Fitch Says New Denton, Texas, Cryptocurrency Load Unlikely To Impact Credit Quality
January 11, 2022
by Paul Ciampoli
APPA News Director
January 11, 2022
A purchase power agreement (PPA) the City of Denton, Texas, has entered into with Core Scientific to provide power to the company’s anticipated digital asset mining operation is unlikely to affect the credit quality of the city’s utility revenue bonds, Fitch Ratings recently said.
The new mining operation will more than double the city utility’s existing electrical load by 2023, but specific power supply acquisition requirements and terms of the PPA limit credit and financial risk to the city, the rating agency said.
Core Scientific’s load for its blockchain data center is expected to be approximately 300 megawatts. Denton has agreed to purchase power on behalf of Core Scientific through the organized power market operated by the Electric Reliability Council of Texas (ERCOT).
“The PPA terms are designed to minimize electric commodity price risk to the city. The settlement arrangements and collateral agreements with Core Scientific are designed to protect the city’s financial position from an unexpected closure or payment default once energy has been purchased on Core Scientific’s behalf,” Fitch said.
The PPA arrangement “preserves the flexibility of the digital asset mining facility to shut down or reduce operations in the event that ERCOT energy prices are too high to allow it to operate economically,” Fitch said. It noted that Core Scientific is able to operate as a controllable load resource within ERCOT, “which provides value in that ERCOT can purchase grid reliability products from Core Scientific, and ERCOT has the ability to require the load to cease operations in an energy shortage position, which occurred during Winter Storm Uri.” Uri hit the Texas power grid in early 2021.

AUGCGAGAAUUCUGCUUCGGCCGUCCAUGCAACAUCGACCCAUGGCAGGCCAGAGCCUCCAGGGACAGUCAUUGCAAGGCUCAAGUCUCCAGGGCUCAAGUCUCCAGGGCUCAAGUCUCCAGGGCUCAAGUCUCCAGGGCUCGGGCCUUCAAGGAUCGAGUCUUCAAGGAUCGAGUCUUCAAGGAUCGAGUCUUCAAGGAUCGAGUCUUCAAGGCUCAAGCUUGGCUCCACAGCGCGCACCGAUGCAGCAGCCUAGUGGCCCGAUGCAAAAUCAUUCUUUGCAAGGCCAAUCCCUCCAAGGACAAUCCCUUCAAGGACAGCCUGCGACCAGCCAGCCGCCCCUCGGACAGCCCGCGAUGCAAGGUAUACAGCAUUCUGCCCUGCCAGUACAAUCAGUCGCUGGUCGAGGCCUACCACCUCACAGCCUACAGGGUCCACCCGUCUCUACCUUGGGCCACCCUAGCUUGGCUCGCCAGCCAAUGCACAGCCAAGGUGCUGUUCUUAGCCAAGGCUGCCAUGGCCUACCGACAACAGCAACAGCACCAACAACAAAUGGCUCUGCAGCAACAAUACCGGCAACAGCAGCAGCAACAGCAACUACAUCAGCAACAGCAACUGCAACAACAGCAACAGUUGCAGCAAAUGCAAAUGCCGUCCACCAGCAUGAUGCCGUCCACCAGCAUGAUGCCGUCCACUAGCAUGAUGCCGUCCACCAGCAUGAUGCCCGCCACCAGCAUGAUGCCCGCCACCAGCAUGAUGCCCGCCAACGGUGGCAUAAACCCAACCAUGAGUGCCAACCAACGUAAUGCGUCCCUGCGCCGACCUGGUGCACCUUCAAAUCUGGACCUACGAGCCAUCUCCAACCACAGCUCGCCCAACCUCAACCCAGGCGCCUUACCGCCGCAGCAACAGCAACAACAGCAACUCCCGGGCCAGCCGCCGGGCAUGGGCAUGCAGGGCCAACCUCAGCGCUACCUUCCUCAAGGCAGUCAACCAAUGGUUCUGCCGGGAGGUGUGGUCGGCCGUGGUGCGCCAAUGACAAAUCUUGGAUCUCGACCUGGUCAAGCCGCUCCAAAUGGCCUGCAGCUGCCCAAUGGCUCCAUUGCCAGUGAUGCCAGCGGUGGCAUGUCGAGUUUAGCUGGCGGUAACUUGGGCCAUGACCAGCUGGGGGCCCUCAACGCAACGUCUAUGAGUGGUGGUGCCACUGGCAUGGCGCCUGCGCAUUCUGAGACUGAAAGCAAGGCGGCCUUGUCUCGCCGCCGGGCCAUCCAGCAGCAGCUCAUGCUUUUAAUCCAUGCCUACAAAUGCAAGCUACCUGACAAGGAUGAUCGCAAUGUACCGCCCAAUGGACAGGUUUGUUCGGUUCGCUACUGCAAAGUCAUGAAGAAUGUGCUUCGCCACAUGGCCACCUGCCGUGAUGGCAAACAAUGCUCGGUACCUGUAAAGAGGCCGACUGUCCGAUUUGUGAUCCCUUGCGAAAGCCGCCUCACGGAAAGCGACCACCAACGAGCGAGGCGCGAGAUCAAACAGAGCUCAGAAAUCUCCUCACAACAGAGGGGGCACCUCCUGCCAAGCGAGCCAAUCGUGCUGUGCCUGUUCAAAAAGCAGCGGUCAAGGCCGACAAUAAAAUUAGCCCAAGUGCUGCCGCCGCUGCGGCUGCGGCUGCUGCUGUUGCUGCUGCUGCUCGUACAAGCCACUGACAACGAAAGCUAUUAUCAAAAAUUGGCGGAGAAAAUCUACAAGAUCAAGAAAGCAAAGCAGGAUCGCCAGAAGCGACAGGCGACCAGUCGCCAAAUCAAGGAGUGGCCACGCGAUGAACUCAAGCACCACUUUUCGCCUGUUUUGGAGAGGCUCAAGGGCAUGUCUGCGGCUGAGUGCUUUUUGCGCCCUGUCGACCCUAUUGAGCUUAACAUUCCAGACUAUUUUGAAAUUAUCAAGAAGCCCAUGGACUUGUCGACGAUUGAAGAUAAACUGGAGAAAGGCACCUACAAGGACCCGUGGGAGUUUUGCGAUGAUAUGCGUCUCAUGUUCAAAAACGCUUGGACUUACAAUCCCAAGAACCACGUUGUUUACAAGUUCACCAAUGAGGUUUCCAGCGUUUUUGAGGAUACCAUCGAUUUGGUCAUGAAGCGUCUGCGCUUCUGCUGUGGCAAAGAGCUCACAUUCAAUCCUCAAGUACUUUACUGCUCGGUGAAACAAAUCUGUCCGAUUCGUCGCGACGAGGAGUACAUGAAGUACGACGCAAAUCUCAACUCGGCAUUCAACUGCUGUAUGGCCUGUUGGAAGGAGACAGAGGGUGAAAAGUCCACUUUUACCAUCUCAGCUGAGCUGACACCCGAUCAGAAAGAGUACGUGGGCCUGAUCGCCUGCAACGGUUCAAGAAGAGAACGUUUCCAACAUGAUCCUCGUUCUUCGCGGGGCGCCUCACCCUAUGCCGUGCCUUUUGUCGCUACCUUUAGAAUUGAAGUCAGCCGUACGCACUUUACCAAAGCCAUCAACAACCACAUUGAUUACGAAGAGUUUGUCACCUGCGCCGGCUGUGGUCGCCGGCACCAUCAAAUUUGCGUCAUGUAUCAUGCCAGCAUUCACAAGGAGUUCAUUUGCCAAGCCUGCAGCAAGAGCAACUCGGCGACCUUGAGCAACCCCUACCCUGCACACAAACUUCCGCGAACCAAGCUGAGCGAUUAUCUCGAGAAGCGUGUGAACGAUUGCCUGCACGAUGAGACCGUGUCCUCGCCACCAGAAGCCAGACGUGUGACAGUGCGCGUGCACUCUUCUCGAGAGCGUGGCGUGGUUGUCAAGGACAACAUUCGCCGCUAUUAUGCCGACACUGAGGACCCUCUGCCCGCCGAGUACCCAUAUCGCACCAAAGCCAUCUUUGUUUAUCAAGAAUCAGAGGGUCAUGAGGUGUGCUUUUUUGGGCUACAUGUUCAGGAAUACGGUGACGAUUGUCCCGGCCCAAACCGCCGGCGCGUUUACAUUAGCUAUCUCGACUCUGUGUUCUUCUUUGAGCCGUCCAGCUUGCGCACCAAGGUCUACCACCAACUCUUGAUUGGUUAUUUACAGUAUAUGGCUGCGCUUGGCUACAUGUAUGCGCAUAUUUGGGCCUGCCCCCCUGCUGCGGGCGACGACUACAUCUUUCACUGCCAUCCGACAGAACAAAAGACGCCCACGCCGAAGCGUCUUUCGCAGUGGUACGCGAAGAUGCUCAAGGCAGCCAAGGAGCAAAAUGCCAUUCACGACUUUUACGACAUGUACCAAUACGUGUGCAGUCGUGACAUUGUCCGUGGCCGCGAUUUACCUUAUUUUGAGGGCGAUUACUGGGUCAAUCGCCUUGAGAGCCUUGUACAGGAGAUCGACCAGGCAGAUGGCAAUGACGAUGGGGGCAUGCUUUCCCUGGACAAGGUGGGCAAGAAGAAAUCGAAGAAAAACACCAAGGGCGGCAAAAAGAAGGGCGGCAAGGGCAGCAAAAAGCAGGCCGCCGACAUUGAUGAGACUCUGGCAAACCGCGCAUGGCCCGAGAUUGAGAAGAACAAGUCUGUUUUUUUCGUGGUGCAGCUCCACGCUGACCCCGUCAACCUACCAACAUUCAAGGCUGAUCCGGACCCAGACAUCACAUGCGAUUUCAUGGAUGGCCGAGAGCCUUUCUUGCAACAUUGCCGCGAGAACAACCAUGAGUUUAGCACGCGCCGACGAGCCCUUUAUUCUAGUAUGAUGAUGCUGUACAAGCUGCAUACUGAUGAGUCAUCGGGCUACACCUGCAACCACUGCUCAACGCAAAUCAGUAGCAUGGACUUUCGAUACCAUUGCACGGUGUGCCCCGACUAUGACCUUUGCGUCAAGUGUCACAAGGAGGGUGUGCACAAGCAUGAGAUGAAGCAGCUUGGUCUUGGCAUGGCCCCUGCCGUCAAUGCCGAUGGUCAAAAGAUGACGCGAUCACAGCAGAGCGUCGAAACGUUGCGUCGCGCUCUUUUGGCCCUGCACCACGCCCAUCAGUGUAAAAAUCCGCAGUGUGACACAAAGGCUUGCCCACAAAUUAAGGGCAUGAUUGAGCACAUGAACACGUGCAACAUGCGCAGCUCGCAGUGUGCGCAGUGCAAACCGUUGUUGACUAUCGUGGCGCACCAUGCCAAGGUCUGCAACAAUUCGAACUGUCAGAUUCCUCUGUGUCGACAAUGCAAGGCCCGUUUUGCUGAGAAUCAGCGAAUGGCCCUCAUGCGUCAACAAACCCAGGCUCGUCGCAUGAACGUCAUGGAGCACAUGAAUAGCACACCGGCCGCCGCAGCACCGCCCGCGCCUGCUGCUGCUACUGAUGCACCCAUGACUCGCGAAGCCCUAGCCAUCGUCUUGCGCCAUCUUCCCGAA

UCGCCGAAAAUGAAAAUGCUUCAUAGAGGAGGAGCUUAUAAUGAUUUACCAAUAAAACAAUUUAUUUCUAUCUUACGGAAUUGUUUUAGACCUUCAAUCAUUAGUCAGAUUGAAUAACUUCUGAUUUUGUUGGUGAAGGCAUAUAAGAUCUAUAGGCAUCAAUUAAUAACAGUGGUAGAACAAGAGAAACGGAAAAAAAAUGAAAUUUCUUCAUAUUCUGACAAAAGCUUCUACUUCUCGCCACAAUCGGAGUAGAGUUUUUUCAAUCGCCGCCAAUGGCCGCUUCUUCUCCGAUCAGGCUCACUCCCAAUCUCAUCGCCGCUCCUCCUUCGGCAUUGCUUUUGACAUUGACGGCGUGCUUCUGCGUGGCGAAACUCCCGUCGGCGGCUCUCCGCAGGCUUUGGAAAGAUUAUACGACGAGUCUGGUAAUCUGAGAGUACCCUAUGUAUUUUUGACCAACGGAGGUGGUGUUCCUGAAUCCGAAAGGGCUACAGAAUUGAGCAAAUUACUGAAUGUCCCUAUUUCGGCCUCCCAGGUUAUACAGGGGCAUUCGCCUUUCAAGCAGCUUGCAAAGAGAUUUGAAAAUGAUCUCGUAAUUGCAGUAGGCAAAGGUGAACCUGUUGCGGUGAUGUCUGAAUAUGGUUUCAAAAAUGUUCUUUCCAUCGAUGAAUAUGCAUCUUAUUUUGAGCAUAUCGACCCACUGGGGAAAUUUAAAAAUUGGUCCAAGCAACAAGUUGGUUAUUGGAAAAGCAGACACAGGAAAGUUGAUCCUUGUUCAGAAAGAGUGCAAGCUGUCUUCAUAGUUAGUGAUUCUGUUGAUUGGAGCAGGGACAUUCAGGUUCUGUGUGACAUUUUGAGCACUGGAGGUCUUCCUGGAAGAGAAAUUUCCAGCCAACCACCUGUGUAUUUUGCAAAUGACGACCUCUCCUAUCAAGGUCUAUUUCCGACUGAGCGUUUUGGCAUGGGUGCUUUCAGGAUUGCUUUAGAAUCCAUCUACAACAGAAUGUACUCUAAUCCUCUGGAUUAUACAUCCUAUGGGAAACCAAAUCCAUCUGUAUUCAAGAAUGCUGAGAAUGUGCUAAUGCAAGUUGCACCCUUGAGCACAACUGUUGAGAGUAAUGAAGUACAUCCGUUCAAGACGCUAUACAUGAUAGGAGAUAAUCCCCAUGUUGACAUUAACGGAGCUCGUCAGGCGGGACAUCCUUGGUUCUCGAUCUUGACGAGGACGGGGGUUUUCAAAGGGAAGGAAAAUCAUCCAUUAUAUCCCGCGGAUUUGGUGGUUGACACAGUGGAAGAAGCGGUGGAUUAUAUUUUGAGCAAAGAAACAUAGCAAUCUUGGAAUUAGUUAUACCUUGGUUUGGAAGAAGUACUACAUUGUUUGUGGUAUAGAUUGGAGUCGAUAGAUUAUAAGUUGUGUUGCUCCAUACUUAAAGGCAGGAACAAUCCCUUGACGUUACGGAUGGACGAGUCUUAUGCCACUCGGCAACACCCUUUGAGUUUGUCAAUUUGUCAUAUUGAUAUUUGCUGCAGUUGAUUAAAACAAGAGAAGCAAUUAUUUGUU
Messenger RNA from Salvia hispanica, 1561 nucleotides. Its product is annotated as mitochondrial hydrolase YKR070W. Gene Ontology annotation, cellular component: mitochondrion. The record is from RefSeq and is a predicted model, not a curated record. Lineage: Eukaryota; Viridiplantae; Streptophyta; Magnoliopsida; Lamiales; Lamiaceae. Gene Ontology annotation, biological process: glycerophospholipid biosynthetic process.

Core Scientific is working with Tenaska Energy Inc. on this project. Tenaska will build the high voltage interconnection and transformer equipment needed to provide the high volume of electricity to the facility. There will be no additional capital expenditures required of the city, Fitch noted. Tenaska will also provide power management services to the project.
Fitch noted Denton adopted a renewable resource plan in 2018 that sets a goal of providing the city with 100% renewable energy. The city has contracted for renewable supplies, but also owns a natural gas plant, the Denton Energy Center, which firms the intermittent production of renewable energy and acts as a cost hedge. Core Scientific has a net carbon-neutral goal that aligns with the city’s plan, and the company has committed to using emissions-free power supplemented by renewable energy credits to power the Denton facility.
“Increased customer concentration introduced by the Core Scientific facility will not diminish the utility’s very strong revenue defensibility assessment. Financial risk to the city is largely mitigated due to the terms of the PPA. The unexpected closure of the facility, should it occur, would not negatively impact the city’s economy or utility rates, since the facility will not be a large employer,” the rating agency said.